# What is the Difference Between AC and DC?

by on June 26, 2008

The difference between AC and DC is that AC is an alternating current (the amount of electrons) that flows in both directions and DC is direct current that flows in only one direction; the product that is flowing being electrons. AC power is what fuels our homes. The wires outside of our house are connected at two ends to AC generators. DC is found in batteries and solar cells. Both AC and DC employ magnets to repel electrons. Electrons are negatively charged particles that are one of 3 components that make up an atom. Negative charges will repel negative charges and positive charges will repel positive charges, so one only needs to introduce a negatively charged item next to electrons to force them to move in the opposite direction. Likewise, you can attract electrons by introducing something that is positively charged into their environment drawing the electrons to it. This property of electrons is what allows for AC power to work; that is, they switch directions constantly. The picture to the left is a demonstration of AC power at work. The constant switching of directions is evident in the dotted appearance of the light lines.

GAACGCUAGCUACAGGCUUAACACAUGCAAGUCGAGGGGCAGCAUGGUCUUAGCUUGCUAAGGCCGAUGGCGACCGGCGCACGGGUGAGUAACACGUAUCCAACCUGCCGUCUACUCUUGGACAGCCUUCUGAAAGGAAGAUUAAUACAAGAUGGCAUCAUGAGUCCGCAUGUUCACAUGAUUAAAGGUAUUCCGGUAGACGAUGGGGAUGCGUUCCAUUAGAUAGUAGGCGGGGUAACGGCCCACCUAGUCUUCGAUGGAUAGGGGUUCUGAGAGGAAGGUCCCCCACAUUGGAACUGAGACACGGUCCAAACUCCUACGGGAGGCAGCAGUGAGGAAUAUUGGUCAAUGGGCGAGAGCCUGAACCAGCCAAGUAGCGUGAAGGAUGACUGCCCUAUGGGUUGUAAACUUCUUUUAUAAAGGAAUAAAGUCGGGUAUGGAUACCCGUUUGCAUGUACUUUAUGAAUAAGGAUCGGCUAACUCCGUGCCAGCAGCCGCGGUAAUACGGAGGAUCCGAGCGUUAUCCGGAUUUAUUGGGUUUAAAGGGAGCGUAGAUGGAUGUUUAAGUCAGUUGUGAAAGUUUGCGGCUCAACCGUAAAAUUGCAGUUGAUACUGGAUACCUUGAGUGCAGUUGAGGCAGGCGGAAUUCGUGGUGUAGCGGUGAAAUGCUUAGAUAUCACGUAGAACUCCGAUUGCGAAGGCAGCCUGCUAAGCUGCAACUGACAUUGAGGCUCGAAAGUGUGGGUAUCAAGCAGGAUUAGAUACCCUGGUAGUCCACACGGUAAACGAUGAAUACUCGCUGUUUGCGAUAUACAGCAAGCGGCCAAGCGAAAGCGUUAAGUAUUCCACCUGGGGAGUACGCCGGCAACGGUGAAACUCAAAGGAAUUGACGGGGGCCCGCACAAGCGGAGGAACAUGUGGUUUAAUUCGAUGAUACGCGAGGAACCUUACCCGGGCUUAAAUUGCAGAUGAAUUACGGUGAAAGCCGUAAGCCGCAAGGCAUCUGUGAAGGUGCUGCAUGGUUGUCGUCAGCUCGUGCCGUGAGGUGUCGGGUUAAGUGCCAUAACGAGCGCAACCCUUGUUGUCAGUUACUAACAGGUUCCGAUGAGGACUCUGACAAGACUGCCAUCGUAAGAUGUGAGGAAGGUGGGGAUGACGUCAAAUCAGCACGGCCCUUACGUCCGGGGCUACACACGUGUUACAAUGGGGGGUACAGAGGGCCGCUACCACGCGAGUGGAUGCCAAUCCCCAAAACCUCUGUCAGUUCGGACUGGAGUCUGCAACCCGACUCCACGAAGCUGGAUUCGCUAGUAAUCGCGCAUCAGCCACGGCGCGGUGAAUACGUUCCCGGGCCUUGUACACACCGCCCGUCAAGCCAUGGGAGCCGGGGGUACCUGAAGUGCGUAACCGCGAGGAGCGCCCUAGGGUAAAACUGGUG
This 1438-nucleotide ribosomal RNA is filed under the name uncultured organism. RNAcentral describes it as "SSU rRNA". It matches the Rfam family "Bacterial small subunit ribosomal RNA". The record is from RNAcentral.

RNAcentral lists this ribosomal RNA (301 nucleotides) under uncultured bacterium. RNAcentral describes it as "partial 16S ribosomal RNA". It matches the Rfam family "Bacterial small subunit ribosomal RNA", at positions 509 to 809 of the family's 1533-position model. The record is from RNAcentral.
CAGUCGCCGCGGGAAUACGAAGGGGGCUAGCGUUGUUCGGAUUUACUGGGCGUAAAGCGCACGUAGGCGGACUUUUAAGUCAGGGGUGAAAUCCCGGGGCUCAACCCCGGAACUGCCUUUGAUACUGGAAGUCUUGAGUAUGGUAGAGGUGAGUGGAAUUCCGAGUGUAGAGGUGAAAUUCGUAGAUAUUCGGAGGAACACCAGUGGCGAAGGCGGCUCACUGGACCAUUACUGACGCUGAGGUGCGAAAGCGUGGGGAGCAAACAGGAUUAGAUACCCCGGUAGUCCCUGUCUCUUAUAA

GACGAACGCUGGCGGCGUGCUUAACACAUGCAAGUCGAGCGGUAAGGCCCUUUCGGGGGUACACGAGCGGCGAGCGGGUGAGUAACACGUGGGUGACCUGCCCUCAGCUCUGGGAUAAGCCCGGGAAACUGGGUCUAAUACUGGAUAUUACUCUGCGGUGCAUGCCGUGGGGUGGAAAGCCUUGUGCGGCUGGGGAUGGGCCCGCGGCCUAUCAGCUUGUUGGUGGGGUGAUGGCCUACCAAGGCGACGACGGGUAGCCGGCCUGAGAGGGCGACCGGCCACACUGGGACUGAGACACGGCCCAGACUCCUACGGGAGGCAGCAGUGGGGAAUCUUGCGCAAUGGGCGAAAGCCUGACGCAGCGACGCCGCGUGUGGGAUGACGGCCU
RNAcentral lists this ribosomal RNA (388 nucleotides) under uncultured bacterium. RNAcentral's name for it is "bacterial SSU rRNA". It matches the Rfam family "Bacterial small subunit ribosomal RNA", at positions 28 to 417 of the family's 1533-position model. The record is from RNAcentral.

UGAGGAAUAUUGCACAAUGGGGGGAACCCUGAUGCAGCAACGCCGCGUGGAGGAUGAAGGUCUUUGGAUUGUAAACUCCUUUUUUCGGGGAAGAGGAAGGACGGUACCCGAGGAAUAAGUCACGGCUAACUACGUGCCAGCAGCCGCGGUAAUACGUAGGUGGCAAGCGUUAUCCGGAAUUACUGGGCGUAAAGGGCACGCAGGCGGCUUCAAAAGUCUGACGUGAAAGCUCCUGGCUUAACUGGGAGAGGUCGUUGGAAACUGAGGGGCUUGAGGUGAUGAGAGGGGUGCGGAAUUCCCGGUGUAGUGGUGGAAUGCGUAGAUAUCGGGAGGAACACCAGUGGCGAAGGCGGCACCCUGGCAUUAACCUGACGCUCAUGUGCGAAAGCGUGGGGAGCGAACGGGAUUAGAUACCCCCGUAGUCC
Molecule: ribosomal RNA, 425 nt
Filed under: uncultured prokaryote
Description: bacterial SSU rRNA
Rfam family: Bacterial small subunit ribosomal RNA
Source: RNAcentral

DC power was invented by Thomas Edison and first used to power our homes in the late 1800′s. Its main drawback being that in order to receive DC power from a generating station, your home had to be located within a one mile radius of the station. DC power degrades as it moves away from its generating source; the further away, the less power. In addition, it is difficult to convert very high power DC current into the lower power current needed in our homes.

Nikola Tesla discovered AC and sold his design to Westinghouse. AC power degrades very little over 100′s of kilometers. When the power reaches an electrical pole outside our homes, a transformer converts to high voltage (the amount of energy carried with the electrons) to the low voltage needed to fuel our appliances. To convert AC to DC, a device needs an item called a rectifier. Many monorail systems use DC power. In addition, if you have a portable stereo, you may notice a button on the back that can switch from AC to DC; this means that you can power your device by plugging it in (AC) or by using batteries (DC).

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